If you're looking for satire about society types featuring dead-on characters and situations, look no further. I completely understand the one-star reviews, because no one wants to believe this is the state of the world and these people exist. But it is the state of the world and these people do exist. I know Jerene Johnston. She's my cousin. I know strident know-it-all Annies. I know Bo (I'm married to him and I've been Kate at several rural congregations exactly as described here - except I keep my mouth shut). And two of my daughters went to Chapel Hill and yep, that's accurate too. I know. It's sad. I was at the Mint Museum a month ago. Accurate accurate accurate about the people, the collections, the rooms, the event with much fakery and self-congratulation. I've been to Sons of Confederate Veterans meetings. Accurate!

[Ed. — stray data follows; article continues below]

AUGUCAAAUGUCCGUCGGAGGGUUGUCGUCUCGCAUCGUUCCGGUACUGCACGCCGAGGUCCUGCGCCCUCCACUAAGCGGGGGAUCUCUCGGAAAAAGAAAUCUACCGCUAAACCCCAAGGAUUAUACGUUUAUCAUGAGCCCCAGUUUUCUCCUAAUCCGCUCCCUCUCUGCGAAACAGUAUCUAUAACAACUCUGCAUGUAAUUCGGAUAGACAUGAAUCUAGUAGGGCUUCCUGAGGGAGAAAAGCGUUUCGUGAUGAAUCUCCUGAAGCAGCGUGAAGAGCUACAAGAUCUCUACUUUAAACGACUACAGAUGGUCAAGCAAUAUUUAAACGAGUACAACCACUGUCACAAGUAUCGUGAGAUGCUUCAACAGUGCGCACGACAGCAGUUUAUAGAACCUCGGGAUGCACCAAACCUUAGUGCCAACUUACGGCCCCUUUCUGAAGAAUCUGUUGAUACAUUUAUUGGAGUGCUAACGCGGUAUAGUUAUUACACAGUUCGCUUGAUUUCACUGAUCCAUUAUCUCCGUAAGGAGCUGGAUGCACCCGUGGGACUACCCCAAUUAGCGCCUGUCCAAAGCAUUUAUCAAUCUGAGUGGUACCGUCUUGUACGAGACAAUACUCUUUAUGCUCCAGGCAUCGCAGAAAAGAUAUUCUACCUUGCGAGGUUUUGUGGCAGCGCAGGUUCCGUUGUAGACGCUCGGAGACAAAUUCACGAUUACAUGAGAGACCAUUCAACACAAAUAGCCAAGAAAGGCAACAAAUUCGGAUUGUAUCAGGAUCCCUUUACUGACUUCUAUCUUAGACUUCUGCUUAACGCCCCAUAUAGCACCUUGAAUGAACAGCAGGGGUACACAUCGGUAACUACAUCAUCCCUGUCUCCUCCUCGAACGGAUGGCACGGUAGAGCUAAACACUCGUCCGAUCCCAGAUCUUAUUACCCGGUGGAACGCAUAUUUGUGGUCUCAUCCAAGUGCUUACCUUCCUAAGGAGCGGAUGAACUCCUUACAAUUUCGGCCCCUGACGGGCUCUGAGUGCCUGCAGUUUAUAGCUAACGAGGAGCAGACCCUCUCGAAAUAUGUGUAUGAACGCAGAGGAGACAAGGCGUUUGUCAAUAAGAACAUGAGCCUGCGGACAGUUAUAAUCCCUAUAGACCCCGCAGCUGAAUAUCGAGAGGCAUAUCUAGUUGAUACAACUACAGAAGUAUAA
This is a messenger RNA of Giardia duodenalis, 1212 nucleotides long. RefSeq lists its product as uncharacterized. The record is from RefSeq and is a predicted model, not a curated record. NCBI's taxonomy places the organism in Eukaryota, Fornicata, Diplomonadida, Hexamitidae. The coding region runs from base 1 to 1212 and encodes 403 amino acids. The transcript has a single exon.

I'm alright with people not liking the treatment of Charlotte and the characters' nastiness, but don't say this book isn't well written. It is and if you like skewering satire that's only slightly exaggerated, this is for you.
The story involves a family of some importance and tradition in Charlotte, having perhaps lived out the heyday of that status: certainly the world their status represents has changed out from under them. The arc of the story is told through separate chapters or sections each devoted to one of the major members of the extended family. Through these various characters' points of view the bigger picture gradually unfolds, revealing... well, lots of interesting twists and turns that keep the reader's attention. The characters and their relationships to each other and the facts behind those relationships unfold into a fascinating version of American life.
Beyond the story as such, the writing is fun. It's funny, erudite, and compelling, with a biting edge, (all as I would expect from Barnhardt). It's not all light; there is darkness behind many of the characters and their stories. But overall it's a fine novel (and about time, given the delay since the last one).